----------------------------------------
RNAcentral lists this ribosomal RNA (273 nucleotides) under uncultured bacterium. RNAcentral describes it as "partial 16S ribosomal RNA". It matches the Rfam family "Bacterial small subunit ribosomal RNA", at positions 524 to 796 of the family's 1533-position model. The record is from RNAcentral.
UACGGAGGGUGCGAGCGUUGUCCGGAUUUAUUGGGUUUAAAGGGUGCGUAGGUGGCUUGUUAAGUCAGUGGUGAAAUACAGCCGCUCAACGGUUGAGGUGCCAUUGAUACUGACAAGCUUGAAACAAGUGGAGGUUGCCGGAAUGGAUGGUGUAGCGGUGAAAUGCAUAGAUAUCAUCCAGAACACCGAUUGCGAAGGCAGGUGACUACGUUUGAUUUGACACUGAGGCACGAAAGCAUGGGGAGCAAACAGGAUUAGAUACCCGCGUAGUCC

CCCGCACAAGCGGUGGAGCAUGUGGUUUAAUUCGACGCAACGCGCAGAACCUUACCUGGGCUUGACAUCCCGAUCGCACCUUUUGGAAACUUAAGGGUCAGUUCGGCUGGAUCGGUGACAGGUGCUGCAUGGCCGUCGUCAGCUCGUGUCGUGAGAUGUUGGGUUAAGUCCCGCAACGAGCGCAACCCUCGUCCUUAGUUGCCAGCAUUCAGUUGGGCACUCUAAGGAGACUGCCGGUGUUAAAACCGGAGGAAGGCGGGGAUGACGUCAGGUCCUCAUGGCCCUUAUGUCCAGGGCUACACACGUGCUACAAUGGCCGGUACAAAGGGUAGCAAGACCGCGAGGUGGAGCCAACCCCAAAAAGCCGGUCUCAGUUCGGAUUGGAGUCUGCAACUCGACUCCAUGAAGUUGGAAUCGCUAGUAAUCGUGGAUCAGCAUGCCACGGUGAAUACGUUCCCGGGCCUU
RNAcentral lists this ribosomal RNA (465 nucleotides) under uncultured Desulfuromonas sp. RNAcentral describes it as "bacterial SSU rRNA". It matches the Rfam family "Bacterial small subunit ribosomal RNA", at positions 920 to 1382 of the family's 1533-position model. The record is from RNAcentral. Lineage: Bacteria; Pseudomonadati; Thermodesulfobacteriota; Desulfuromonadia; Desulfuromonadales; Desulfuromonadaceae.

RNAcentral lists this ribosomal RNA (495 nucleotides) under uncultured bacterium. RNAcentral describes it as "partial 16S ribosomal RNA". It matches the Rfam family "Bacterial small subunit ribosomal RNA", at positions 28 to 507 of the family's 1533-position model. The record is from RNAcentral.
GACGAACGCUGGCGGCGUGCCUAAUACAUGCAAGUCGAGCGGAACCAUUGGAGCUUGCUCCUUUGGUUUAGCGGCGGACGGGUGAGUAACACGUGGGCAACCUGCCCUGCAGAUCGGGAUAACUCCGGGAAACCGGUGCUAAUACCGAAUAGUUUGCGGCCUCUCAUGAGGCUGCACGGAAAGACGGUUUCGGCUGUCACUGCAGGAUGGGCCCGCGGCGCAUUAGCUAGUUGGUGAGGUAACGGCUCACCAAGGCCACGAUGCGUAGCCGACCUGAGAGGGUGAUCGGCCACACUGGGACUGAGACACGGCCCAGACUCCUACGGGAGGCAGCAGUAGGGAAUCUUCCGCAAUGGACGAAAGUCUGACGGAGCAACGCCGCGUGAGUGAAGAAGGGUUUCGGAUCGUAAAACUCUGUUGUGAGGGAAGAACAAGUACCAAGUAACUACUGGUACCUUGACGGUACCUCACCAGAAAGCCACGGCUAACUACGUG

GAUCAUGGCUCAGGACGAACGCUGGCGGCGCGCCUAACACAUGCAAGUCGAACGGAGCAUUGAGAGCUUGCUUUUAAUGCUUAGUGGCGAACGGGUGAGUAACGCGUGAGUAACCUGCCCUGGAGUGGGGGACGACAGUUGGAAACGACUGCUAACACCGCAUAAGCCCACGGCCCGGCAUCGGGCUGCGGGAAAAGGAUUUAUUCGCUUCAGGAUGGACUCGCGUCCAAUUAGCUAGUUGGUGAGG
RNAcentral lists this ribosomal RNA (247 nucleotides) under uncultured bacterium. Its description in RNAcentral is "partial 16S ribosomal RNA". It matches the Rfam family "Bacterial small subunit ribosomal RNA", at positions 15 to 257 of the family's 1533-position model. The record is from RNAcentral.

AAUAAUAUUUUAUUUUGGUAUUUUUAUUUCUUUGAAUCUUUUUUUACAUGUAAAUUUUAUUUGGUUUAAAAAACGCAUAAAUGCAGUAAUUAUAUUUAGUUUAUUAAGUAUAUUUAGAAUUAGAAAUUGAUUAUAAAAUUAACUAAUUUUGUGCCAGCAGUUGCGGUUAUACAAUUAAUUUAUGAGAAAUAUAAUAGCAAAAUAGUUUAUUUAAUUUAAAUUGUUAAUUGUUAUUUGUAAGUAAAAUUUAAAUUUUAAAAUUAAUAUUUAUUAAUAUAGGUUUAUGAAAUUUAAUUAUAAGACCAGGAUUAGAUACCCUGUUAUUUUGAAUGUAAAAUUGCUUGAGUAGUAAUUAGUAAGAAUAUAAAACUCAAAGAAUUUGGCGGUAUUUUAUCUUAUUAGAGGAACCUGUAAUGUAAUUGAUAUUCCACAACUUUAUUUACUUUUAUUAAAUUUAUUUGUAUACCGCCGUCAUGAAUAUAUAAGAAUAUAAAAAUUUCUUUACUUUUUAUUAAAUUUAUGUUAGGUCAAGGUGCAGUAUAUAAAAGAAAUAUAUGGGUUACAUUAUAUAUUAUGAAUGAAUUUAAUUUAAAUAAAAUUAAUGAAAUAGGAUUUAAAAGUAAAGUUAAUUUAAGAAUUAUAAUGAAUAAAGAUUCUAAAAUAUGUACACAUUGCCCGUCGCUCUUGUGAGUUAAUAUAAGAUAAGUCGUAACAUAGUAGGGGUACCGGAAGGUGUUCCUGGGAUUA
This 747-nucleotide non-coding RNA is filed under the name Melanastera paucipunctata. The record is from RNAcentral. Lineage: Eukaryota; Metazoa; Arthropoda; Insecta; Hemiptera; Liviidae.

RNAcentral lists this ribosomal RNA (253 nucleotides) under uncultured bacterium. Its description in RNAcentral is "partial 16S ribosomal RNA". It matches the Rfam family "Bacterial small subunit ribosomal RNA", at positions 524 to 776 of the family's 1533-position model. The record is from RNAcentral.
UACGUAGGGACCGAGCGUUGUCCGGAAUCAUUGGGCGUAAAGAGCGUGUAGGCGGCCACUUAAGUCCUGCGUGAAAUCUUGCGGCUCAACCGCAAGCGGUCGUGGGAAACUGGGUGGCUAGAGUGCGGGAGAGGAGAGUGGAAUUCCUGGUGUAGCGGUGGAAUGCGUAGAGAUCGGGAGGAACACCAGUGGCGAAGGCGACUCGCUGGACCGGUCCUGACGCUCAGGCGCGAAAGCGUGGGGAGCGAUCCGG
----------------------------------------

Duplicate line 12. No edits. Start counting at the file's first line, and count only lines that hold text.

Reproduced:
UACGUAGGGACCGAGCGUUGUCCGGAAUCAUUGGGCGUAAAGAGCGUGUAGGCGGCCACUUAAGUCCUGCGUGAAAUCUUGCGGCUCAACCGCAAGCGGUCGUGGGAAACUGGGUGGCUAGAGUGCGGGAGAGGAGAGUGGAAUUCCUGGUGUAGCGGUGGAAUGCGUAGAGAUCGGGAGGAACACCAGUGGCGAAGGCGACUCGCUGGACCGGUCCUGACGCUCAGGCGCGAAAGCGUGGGGAGCGAUCCGG